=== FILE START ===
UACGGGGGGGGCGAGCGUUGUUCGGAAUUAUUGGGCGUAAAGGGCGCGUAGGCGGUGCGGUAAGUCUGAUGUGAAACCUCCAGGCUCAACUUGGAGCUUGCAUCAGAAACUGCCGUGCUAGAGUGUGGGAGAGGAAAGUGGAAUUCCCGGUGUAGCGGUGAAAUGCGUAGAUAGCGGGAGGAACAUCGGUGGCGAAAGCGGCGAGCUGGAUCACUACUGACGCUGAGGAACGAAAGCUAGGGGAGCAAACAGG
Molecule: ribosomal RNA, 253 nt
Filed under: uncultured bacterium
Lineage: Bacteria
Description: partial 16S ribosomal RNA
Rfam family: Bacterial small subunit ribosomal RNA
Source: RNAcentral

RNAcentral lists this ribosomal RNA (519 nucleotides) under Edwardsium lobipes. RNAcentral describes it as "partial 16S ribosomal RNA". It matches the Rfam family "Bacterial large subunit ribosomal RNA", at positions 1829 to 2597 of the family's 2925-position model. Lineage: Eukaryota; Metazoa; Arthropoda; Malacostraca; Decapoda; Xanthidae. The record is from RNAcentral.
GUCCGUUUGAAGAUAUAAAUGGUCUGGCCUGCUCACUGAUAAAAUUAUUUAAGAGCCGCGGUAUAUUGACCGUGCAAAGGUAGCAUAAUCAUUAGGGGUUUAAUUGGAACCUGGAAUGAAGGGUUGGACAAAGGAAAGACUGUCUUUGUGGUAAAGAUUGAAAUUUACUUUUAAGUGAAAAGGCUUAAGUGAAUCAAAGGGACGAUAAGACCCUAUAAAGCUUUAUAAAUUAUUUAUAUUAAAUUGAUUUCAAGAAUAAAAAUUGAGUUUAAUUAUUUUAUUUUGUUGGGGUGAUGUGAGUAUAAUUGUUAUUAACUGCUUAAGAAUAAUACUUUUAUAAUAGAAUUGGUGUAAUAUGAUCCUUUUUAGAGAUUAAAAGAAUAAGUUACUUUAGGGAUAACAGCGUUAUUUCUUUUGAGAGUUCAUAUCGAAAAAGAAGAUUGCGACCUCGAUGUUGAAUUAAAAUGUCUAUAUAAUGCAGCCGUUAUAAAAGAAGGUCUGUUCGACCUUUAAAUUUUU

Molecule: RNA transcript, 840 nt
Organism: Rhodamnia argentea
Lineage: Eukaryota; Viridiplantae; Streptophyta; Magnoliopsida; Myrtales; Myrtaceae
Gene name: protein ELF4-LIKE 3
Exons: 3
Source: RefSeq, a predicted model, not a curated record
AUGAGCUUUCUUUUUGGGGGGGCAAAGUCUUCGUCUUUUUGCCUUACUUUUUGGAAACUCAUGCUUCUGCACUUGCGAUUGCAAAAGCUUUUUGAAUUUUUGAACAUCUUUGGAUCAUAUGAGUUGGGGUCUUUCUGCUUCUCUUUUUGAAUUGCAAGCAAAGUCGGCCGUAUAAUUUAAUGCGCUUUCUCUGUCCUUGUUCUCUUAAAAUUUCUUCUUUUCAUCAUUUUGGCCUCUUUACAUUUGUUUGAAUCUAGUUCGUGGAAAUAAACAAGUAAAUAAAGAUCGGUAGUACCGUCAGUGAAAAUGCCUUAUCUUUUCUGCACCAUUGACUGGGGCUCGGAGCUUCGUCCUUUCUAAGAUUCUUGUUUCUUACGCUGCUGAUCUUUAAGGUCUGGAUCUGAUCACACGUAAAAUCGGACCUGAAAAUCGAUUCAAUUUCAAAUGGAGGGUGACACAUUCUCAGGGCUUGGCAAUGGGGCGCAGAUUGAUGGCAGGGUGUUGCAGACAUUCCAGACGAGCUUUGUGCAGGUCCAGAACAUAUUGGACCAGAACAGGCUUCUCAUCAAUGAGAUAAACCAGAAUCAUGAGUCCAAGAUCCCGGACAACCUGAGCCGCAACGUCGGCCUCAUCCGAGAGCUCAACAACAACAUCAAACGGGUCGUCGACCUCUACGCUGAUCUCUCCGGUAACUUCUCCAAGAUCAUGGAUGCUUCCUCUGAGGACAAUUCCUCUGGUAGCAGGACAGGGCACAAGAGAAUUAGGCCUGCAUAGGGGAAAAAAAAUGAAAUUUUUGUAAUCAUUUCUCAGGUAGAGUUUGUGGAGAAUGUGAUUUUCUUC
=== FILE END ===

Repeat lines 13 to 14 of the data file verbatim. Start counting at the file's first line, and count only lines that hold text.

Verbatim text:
Gene name: protein ELF4-LIKE 3
Exons: 3